Frankie Teardrop is Dead. Viva Frankie Teardrop. Buddy Giovinazzo’s American Nightmares (Combat Shock)


“Frankie teardrop,
Frankie put the gun to his head.
Frankie’s dead,
Frankie’s lying in hell.
We’re all Frankies,
We’re all lying in hell”.

-Alan Vega, Martin Rev-

One of the great films of the eighties, Buddy Giovinazzo’s ferocious and visionary Combat Shock remains one of the most visceral works of American cinema ever created. The history of Combat Shock should be fairly well-known to most fans of American independent cinema, but a quick overview goes like this. Buddy Giovinazzo was a student filmmaker from Staten Island when he began shooting his self-funded feature film debut, under his preferred title, American Nightmares, in 1984 with family, fellow students, and friends. After some early screenings, Troma picked the film up and re-titled it the more commonly known Combat Shock. While we should applaud Troma for picking up such an uncompromising DIY feature, they cut many of Giovinazzo’s most extreme moments and added stock Vietnam footage to capitalize on the namsploitation movement of the mid-eighties. The cuts and new footage neutered the film, but Giovinazzo’s haunting story of a shell-shocked veteran collapsing under the weight of the ‘American dream’, on the streets of New York, still resonated. The most harrowing vision of the horrors of post-war trauma seen since The Deer Hunter shocked into submission audience members tricked by Troma’s poster promising a Missing In Action style exploitation flick. Met with disdain by ‘respectable’ critics, the likes of the great Stephen Bissette and other underground writers who recognized its importance championed Combat Shock. Despite Giovinazzo never being granted his proper place as one of modern cinema’s most important and visionary filmmakers, Combat Shock refused to die and by the mid-nineties, the uncut American Nightmares became one of the most essential and sought-after bootlegs on the grey market VHS circuit.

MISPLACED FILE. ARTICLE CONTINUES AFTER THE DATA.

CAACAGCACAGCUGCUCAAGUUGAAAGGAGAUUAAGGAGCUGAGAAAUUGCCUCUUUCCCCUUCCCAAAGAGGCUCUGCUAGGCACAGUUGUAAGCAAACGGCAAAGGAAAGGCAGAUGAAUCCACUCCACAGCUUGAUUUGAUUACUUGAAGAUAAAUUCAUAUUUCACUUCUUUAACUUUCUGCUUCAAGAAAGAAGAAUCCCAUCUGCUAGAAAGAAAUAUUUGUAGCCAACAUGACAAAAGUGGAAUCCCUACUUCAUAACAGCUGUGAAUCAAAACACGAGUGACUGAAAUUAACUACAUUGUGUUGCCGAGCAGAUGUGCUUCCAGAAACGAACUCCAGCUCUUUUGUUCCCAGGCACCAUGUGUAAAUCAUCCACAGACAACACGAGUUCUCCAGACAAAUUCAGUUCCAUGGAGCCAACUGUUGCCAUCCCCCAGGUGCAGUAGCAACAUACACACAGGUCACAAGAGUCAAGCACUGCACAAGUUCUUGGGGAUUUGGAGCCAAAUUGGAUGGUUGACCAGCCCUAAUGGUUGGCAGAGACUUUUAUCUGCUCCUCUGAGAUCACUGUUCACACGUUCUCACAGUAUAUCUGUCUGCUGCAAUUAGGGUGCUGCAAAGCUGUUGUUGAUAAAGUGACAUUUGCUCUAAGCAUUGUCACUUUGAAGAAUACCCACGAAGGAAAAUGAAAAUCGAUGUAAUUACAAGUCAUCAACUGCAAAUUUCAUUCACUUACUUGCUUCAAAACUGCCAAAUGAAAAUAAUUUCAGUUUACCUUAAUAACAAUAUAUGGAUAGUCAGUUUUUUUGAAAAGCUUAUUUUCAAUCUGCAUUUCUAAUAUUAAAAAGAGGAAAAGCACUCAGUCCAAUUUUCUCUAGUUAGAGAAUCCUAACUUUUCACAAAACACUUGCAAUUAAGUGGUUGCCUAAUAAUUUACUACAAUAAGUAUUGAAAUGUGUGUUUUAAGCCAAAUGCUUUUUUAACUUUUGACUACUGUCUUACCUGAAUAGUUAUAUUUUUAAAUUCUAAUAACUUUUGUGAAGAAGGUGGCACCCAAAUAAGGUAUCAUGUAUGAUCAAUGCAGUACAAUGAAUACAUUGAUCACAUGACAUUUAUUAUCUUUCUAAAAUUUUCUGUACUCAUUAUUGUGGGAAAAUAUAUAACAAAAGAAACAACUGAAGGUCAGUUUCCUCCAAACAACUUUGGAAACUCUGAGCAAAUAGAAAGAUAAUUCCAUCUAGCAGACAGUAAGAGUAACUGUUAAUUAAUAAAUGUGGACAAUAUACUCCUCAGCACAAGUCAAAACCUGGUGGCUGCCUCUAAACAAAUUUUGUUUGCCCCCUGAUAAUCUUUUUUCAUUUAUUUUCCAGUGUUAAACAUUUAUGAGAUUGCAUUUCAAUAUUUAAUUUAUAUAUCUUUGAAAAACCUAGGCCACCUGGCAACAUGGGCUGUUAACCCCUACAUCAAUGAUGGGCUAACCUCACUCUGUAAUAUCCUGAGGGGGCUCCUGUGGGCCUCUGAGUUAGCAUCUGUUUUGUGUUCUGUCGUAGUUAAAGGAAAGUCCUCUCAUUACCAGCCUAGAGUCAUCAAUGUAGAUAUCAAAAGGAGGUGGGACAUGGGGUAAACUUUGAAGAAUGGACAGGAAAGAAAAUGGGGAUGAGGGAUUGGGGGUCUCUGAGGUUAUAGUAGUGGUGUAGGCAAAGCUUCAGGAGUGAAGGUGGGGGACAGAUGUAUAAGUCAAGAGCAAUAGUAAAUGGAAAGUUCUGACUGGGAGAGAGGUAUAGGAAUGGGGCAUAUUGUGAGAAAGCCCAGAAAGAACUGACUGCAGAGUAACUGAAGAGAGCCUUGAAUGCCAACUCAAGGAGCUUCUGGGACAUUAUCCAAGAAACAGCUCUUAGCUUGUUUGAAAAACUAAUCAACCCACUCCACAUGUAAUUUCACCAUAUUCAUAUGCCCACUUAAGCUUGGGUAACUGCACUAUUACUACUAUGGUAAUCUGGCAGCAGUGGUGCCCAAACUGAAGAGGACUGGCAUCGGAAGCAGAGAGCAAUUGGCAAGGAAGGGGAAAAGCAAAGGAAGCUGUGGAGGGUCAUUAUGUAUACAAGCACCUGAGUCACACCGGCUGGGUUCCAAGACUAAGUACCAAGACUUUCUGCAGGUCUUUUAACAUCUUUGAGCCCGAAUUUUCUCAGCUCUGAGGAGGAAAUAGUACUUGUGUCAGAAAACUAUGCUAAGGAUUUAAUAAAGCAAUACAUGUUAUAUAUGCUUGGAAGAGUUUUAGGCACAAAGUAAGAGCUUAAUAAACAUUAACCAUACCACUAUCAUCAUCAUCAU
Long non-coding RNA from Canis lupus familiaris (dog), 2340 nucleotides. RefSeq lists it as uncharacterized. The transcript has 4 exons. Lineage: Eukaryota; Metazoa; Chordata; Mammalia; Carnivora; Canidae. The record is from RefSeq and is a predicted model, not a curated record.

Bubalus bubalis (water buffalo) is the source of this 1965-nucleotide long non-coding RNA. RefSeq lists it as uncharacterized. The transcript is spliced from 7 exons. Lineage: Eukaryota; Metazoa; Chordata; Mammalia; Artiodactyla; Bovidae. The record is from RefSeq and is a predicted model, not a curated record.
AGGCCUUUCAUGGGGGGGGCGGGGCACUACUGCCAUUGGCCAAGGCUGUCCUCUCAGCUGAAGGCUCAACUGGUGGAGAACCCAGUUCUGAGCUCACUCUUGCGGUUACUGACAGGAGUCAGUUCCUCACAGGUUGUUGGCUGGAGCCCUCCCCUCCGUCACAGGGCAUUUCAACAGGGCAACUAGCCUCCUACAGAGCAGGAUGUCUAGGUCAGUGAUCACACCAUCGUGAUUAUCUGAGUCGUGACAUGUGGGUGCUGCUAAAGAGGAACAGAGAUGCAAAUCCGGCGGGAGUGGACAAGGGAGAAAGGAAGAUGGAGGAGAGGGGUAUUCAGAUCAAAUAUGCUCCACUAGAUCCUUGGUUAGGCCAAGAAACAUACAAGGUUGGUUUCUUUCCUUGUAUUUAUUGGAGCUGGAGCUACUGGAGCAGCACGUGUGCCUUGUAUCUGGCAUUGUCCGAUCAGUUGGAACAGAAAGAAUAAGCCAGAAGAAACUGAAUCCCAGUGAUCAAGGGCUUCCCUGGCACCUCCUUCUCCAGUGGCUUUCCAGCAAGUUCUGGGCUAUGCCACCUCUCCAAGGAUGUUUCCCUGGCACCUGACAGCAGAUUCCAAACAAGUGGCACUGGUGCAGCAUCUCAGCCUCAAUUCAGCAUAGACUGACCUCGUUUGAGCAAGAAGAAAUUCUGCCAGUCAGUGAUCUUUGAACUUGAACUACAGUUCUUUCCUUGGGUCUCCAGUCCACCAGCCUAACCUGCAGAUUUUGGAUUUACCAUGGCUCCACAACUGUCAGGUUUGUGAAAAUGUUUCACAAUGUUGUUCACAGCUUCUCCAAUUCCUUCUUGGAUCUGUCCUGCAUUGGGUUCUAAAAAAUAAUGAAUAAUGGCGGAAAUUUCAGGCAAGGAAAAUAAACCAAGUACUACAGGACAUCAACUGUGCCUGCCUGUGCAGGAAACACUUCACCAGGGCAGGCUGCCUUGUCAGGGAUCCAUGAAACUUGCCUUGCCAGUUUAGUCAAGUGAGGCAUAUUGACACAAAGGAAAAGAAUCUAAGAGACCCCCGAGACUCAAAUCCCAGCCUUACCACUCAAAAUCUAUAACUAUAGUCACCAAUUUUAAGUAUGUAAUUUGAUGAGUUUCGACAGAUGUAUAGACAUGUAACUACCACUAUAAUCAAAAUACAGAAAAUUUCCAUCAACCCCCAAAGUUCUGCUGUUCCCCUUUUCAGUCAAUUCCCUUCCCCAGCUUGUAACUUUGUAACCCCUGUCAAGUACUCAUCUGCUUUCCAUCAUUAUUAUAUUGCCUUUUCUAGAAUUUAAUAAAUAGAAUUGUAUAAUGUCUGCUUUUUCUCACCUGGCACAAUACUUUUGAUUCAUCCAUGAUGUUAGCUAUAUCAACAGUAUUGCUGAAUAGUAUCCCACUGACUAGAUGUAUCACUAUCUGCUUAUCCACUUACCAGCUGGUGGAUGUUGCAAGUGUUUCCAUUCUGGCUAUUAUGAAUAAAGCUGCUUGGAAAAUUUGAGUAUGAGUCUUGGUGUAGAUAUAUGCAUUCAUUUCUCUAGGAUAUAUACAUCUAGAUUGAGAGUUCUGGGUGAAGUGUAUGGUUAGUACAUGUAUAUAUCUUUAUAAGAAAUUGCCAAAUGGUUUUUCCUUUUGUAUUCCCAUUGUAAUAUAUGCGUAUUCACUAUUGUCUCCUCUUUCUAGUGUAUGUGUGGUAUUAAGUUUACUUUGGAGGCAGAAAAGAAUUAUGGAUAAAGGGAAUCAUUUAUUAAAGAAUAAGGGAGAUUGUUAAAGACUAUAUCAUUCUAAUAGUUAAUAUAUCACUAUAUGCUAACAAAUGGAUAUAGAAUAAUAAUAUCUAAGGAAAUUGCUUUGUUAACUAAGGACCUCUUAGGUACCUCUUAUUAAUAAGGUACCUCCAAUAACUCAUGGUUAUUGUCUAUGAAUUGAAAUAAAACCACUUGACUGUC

It was in this grey market area that I first encountered American Nightmares in the nineties via the mail-order company Midnight Video. Like many others, the film completely shocked and absolutely floored me in every way. While the film’s scenes of horrific violence originally stuck with me, as I have aged and matured, it is the film’s heartbreaking heart and humanity that keeps me returning to it. As played by Buddy’s brother Rick Giovinazzo (who also composed the film’s remarkable soundtrack included as a bonus CD on Severin’s set), the lead character Frankie remains one of the most moving creations in all of modern American cinema. Much like Alan Vega’s devastating title character in Suicide’s 1977 jaw-dropping track from their legendary first album, Giovinazzo’s character is a good man buried by a system designed to destroy the helpless and poor. It’s every sad headline of a man pushed to the brink of madness and murder brought to life. Sadly, American Nightmares plays better than ever now in this brutal era of Trump and modern American fascism. This film isn’t just a prophetic time capsule. It is instead a nightmarish depiction of NOW. I see Frankie every day, as the streets are crowded with homeless veterans desperately in need of help they aren’t receiving. Giovinazzo knew ignoring our veterans in need was a criminal act by the American government in 1984 and it remains one today.

Of course, American Nightmares doesn’t just survive as a political and sociological statement as it stands as a glorious reminder of the power of film in the hands of a truly visionary artist who refused to back down, no matter the financial and personal hardships. The essential book that comes along with Severin’s essential package, featuring Giovinazzo’s shooting diaries from the time, should be REQUIRED reading for all young students of cinema. It’s a triumphant portrait of an artist not enslaved by the dollar and corporate sponsorship…our tragic current sell-out culture should take note…this is how it should be fucking done.

While Combat Shock is available in several home video versions, Severin’s absolutely stunning out-of-print Blu-ray edition of Buddy Giovinazzo’s grueling 1984 masterpiece Combat Shock restores Giovinazzo’s mesmerizing vision to his original American Nightmares director’s cut in a package filled with hours of essential extras. Powered by a 4k scan of the fully uncut American Nightmares, an essential commentary by the Giovinazzo brothers (along with makeup effects artist Ed Varuolo), hours of interviews with the makers of film and the critics who championed it, short films and Troma’s original terrific extras the much sought after Blu-ray is an absolute triumph for Severin and Giovinazzo. if you can find it…get it.

-Jeremy Ross Richey, Originally written for Moon in the Gutter on 08/15/2018-


“He’s just trying to survive, well let’s hear it for Frankie, Frankie, Frankie…”
-Rev, Vega-